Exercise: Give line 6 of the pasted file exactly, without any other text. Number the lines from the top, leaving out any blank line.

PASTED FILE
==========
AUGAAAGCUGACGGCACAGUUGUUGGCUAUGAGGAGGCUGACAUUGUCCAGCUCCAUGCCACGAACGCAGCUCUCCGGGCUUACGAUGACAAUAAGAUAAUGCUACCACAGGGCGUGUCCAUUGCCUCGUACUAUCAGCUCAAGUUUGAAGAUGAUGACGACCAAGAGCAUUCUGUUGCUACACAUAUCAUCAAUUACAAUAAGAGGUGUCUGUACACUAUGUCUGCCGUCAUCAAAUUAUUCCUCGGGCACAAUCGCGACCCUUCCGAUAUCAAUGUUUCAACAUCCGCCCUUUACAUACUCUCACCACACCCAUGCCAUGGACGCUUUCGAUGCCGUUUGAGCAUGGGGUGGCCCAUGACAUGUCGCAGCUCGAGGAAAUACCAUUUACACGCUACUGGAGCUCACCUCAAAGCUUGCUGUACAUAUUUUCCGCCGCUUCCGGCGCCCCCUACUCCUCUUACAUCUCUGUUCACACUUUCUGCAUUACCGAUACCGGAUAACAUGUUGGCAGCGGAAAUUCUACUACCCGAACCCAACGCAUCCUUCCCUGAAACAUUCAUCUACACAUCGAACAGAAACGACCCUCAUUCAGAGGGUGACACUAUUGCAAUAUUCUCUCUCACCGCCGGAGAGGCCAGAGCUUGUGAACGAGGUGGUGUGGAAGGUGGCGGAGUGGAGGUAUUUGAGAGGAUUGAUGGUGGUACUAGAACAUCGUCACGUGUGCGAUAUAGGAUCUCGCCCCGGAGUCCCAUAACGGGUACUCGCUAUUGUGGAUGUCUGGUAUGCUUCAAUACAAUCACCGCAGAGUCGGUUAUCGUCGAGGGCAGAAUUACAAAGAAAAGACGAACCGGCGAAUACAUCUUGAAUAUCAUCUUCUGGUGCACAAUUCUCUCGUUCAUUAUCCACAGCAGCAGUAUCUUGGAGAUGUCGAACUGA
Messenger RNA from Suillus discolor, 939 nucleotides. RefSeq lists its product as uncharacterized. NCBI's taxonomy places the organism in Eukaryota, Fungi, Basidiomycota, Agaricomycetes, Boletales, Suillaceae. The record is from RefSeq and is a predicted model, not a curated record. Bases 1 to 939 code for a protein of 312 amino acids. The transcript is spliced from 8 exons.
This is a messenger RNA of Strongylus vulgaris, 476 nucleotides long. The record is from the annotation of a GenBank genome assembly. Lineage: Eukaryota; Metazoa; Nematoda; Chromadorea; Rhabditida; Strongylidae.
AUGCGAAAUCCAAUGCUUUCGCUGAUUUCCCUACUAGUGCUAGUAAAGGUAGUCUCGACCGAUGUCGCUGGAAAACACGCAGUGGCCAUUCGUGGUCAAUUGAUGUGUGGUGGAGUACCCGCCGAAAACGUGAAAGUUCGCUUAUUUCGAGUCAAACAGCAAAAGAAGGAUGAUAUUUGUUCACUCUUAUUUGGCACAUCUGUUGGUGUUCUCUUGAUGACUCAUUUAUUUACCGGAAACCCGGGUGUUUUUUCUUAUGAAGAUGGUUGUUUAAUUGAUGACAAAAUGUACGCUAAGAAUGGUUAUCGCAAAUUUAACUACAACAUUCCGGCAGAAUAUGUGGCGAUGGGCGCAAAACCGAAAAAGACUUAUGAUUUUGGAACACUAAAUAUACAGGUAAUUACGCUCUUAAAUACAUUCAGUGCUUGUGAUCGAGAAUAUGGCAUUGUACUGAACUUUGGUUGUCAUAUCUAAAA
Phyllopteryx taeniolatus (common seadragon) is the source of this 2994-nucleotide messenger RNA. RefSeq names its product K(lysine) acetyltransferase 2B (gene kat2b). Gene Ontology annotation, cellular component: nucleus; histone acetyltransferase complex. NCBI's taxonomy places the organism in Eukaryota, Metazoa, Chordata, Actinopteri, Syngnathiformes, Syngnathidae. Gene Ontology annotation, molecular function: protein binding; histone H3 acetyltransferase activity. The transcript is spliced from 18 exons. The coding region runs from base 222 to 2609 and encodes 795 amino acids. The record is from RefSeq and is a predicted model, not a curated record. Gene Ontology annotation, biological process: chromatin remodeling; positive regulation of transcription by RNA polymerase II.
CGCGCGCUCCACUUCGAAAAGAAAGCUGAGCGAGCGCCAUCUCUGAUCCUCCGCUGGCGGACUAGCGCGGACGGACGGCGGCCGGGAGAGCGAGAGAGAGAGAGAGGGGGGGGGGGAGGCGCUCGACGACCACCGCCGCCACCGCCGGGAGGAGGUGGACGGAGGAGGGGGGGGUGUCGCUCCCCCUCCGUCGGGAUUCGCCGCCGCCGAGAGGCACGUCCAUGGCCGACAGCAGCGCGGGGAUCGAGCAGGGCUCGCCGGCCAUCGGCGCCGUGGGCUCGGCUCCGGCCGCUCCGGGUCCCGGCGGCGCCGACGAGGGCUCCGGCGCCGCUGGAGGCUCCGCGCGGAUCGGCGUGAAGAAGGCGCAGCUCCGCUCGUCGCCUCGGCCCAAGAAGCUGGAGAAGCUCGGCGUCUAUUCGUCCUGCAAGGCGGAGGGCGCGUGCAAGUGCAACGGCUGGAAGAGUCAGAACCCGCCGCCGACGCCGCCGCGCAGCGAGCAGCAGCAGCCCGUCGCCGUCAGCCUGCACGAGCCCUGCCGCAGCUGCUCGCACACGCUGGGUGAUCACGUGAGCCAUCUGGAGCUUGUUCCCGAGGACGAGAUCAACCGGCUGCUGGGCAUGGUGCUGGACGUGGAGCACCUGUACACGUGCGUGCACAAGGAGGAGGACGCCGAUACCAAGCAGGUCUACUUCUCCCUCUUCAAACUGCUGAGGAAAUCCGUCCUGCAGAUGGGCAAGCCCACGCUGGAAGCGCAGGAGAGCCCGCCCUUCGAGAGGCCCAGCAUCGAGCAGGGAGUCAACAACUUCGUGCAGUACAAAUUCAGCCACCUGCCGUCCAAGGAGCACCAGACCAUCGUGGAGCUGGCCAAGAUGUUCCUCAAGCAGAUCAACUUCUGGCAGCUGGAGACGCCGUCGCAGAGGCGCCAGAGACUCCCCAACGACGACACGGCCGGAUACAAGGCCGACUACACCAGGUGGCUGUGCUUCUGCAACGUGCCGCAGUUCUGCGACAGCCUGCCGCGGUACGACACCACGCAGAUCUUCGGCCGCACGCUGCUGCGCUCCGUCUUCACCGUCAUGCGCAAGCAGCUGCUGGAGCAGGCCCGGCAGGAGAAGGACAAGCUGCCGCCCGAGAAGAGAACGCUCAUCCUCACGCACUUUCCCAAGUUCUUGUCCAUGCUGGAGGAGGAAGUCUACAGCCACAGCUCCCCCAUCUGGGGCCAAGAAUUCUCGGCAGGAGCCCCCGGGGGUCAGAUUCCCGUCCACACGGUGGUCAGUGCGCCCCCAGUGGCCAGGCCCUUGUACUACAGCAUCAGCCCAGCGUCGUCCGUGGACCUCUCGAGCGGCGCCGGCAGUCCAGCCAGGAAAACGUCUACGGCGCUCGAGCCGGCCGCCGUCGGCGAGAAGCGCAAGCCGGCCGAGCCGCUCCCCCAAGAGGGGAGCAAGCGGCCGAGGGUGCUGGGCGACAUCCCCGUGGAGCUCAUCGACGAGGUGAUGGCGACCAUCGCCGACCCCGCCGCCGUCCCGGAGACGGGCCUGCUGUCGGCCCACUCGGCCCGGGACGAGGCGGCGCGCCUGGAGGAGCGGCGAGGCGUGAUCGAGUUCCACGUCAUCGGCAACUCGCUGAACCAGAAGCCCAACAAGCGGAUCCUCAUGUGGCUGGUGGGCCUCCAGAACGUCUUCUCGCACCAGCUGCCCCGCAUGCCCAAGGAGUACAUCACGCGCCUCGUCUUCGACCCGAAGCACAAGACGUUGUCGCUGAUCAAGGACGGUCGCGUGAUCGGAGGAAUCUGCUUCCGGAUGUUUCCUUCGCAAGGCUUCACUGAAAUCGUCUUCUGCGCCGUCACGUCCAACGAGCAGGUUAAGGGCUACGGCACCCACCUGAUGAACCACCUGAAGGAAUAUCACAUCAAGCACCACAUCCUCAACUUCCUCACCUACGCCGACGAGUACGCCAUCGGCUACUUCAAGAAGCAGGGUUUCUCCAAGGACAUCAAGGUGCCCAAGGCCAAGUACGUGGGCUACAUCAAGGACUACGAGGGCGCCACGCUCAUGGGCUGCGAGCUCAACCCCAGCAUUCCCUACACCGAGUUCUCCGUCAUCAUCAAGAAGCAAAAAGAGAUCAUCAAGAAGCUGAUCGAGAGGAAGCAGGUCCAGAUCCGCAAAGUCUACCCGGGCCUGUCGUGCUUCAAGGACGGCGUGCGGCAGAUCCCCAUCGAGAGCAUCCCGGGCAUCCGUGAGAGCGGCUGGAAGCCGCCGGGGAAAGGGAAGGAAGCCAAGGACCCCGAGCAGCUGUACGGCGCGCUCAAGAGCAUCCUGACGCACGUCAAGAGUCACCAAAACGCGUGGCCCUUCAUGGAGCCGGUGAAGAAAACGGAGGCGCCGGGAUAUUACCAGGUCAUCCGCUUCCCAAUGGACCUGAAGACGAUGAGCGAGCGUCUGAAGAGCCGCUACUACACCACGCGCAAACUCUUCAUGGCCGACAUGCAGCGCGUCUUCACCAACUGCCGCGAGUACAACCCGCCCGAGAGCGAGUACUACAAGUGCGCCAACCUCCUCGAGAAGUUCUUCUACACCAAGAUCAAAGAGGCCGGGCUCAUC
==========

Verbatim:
CGCGCGCUCCACUUCGAAAAGAAAGCUGAGCGAGCGCCAUCUCUGAUCCUCCGCUGGCGGACUAGCGCGGACGGACGGCGGCCGGGAGAGCGAGAGAGAGAGAGAGGGGGGGGGGGAGGCGCUCGACGACCACCGCCGCCACCGCCGGGAGGAGGUGGACGGAGGAGGGGGGGGUGUCGCUCCCCCUCCGUCGGGAUUCGCCGCCGCCGAGAGGCACGUCCAUGGCCGACAGCAGCGCGGGGAUCGAGCAGGGCUCGCCGGCCAUCGGCGCCGUGGGCUCGGCUCCGGCCGCUCCGGGUCCCGGCGGCGCCGACGAGGGCUCCGGCGCCGCUGGAGGCUCCGCGCGGAUCGGCGUGAAGAAGGCGCAGCUCCGCUCGUCGCCUCGGCCCAAGAAGCUGGAGAAGCUCGGCGUCUAUUCGUCCUGCAAGGCGGAGGGCGCGUGCAAGUGCAACGGCUGGAAGAGUCAGAACCCGCCGCCGACGCCGCCGCGCAGCGAGCAGCAGCAGCCCGUCGCCGUCAGCCUGCACGAGCCCUGCCGCAGCUGCUCGCACACGCUGGGUGAUCACGUGAGCCAUCUGGAGCUUGUUCCCGAGGACGAGAUCAACCGGCUGCUGGGCAUGGUGCUGGACGUGGAGCACCUGUACACGUGCGUGCACAAGGAGGAGGACGCCGAUACCAAGCAGGUCUACUUCUCCCUCUUCAAACUGCUGAGGAAAUCCGUCCUGCAGAUGGGCAAGCCCACGCUGGAAGCGCAGGAGAGCCCGCCCUUCGAGAGGCCCAGCAUCGAGCAGGGAGUCAACAACUUCGUGCAGUACAAAUUCAGCCACCUGCCGUCCAAGGAGCACCAGACCAUCGUGGAGCUGGCCAAGAUGUUCCUCAAGCAGAUCAACUUCUGGCAGCUGGAGACGCCGUCGCAGAGGCGCCAGAGACUCCCCAACGACGACACGGCCGGAUACAAGGCCGACUACACCAGGUGGCUGUGCUUCUGCAACGUGCCGCAGUUCUGCGACAGCCUGCCGCGGUACGACACCACGCAGAUCUUCGGCCGCACGCUGCUGCGCUCCGUCUUCACCGUCAUGCGCAAGCAGCUGCUGGAGCAGGCCCGGCAGGAGAAGGACAAGCUGCCGCCCGAGAAGAGAACGCUCAUCCUCACGCACUUUCCCAAGUUCUUGUCCAUGCUGGAGGAGGAAGUCUACAGCCACAGCUCCCCCAUCUGGGGCCAAGAAUUCUCGGCAGGAGCCCCCGGGGGUCAGAUUCCCGUCCACACGGUGGUCAGUGCGCCCCCAGUGGCCAGGCCCUUGUACUACAGCAUCAGCCCAGCGUCGUCCGUGGACCUCUCGAGCGGCGCCGGCAGUCCAGCCAGGAAAACGUCUACGGCGCUCGAGCCGGCCGCCGUCGGCGAGAAGCGCAAGCCGGCCGAGCCGCUCCCCCAAGAGGGGAGCAAGCGGCCGAGGGUGCUGGGCGACAUCCCCGUGGAGCUCAUCGACGAGGUGAUGGCGACCAUCGCCGACCCCGCCGCCGUCCCGGAGACGGGCCUGCUGUCGGCCCACUCGGCCCGGGACGAGGCGGCGCGCCUGGAGGAGCGGCGAGGCGUGAUCGAGUUCCACGUCAUCGGCAACUCGCUGAACCAGAAGCCCAACAAGCGGAUCCUCAUGUGGCUGGUGGGCCUCCAGAACGUCUUCUCGCACCAGCUGCCCCGCAUGCCCAAGGAGUACAUCACGCGCCUCGUCUUCGACCCGAAGCACAAGACGUUGUCGCUGAUCAAGGACGGUCGCGUGAUCGGAGGAAUCUGCUUCCGGAUGUUUCCUUCGCAAGGCUUCACUGAAAUCGUCUUCUGCGCCGUCACGUCCAACGAGCAGGUUAAGGGCUACGGCACCCACCUGAUGAACCACCUGAAGGAAUAUCACAUCAAGCACCACAUCCUCAACUUCCUCACCUACGCCGACGAGUACGCCAUCGGCUACUUCAAGAAGCAGGGUUUCUCCAAGGACAUCAAGGUGCCCAAGGCCAAGUACGUGGGCUACAUCAAGGACUACGAGGGCGCCACGCUCAUGGGCUGCGAGCUCAACCCCAGCAUUCCCUACACCGAGUUCUCCGUCAUCAUCAAGAAGCAAAAAGAGAUCAUCAAGAAGCUGAUCGAGAGGAAGCAGGUCCAGAUCCGCAAAGUCUACCCGGGCCUGUCGUGCUUCAAGGACGGCGUGCGGCAGAUCCCCAUCGAGAGCAUCCCGGGCAUCCGUGAGAGCGGCUGGAAGCCGCCGGGGAAAGGGAAGGAAGCCAAGGACCCCGAGCAGCUGUACGGCGCGCUCAAGAGCAUCCUGACGCACGUCAAGAGUCACCAAAACGCGUGGCCCUUCAUGGAGCCGGUGAAGAAAACGGAGGCGCCGGGAUAUUACCAGGUCAUCCGCUUCCCAAUGGACCUGAAGACGAUGAGCGAGCGUCUGAAGAGCCGCUACUACACCACGCGCAAACUCUUCAUGGCCGACAUGCAGCGCGUCUUCACCAACUGCCGCGAGUACAACCCGCCCGAGAGCGAGUACUACAAGUGCGCCAACCUCCUCGAGAAGUUCUUCUACACCAAGAUCAAAGAGGCCGGGCUCAUC